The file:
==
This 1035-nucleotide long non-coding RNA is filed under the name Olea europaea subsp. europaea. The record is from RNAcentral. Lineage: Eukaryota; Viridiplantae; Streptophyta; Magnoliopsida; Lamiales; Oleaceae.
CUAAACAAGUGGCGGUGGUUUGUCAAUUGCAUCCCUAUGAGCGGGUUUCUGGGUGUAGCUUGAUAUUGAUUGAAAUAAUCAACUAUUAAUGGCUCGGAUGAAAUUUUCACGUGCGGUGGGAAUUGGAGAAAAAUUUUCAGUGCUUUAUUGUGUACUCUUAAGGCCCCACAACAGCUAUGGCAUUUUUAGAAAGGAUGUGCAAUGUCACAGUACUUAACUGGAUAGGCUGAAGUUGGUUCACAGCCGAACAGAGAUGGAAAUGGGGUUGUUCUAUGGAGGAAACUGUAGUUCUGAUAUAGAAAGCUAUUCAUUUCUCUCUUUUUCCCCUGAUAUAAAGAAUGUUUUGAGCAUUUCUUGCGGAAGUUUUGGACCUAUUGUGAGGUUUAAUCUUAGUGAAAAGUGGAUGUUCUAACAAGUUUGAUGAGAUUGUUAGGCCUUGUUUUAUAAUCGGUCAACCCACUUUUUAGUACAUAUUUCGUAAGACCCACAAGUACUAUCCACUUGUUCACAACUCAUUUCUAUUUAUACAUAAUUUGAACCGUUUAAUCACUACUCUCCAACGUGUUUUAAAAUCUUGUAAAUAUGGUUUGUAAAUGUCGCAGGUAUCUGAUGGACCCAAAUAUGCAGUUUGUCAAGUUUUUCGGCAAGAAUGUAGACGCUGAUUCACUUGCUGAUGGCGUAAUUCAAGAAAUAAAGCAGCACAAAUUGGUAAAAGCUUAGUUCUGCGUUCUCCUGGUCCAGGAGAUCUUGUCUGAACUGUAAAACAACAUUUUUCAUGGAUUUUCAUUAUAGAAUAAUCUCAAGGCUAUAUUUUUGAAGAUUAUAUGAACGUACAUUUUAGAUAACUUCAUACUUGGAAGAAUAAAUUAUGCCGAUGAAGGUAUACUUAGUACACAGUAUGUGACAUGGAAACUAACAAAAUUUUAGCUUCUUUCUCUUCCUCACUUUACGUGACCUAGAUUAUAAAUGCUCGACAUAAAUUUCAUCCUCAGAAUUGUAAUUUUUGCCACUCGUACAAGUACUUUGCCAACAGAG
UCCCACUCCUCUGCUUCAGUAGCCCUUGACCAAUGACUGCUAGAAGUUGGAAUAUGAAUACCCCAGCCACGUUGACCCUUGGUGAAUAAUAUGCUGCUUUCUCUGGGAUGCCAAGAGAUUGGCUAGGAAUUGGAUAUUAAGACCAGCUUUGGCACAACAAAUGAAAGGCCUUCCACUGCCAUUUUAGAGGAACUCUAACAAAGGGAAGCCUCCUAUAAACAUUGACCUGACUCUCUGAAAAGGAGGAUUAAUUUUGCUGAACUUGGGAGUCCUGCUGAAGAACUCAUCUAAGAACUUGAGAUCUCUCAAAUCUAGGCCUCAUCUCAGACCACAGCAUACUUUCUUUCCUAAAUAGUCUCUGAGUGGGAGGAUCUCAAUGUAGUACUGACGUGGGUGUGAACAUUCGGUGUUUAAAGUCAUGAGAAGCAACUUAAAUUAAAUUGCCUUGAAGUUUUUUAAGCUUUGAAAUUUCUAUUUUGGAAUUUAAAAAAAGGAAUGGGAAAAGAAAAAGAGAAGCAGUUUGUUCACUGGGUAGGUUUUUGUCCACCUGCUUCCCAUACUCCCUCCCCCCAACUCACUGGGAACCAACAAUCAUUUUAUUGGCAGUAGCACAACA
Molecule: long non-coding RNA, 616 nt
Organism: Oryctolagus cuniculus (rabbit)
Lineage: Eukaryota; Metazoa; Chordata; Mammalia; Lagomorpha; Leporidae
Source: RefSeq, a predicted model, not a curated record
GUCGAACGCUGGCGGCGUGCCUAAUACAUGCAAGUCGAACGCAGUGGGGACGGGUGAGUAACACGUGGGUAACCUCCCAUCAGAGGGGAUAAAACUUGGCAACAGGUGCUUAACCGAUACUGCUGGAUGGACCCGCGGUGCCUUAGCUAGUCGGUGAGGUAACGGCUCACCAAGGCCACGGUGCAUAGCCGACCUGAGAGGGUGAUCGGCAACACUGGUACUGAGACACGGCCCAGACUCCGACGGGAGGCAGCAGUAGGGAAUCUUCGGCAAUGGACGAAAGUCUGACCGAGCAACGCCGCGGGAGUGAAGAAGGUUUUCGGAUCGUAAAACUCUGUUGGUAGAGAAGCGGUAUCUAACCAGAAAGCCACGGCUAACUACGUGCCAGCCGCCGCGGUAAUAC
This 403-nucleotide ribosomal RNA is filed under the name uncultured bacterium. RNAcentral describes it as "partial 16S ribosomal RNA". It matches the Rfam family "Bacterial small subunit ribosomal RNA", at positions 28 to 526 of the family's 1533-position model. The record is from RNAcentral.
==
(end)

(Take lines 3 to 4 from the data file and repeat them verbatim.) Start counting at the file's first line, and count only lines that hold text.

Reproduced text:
UCCCACUCCUCUGCUUCAGUAGCCCUUGACCAAUGACUGCUAGAAGUUGGAAUAUGAAUACCCCAGCCACGUUGACCCUUGGUGAAUAAUAUGCUGCUUUCUCUGGGAUGCCAAGAGAUUGGCUAGGAAUUGGAUAUUAAGACCAGCUUUGGCACAACAAAUGAAAGGCCUUCCACUGCCAUUUUAGAGGAACUCUAACAAAGGGAAGCCUCCUAUAAACAUUGACCUGACUCUCUGAAAAGGAGGAUUAAUUUUGCUGAACUUGGGAGUCCUGCUGAAGAACUCAUCUAAGAACUUGAGAUCUCUCAAAUCUAGGCCUCAUCUCAGACCACAGCAUACUUUCUUUCCUAAAUAGUCUCUGAGUGGGAGGAUCUCAAUGUAGUACUGACGUGGGUGUGAACAUUCGGUGUUUAAAGUCAUGAGAAGCAACUUAAAUUAAAUUGCCUUGAAGUUUUUUAAGCUUUGAAAUUUCUAUUUUGGAAUUUAAAAAAAGGAAUGGGAAAAGAAAAAGAGAAGCAGUUUGUUCACUGGGUAGGUUUUUGUCCACCUGCUUCCCAUACUCCCUCCCCCCAACUCACUGGGAACCAACAAUCAUUUUAUUGGCAGUAGCACAACA
Molecule: long non-coding RNA, 616 nt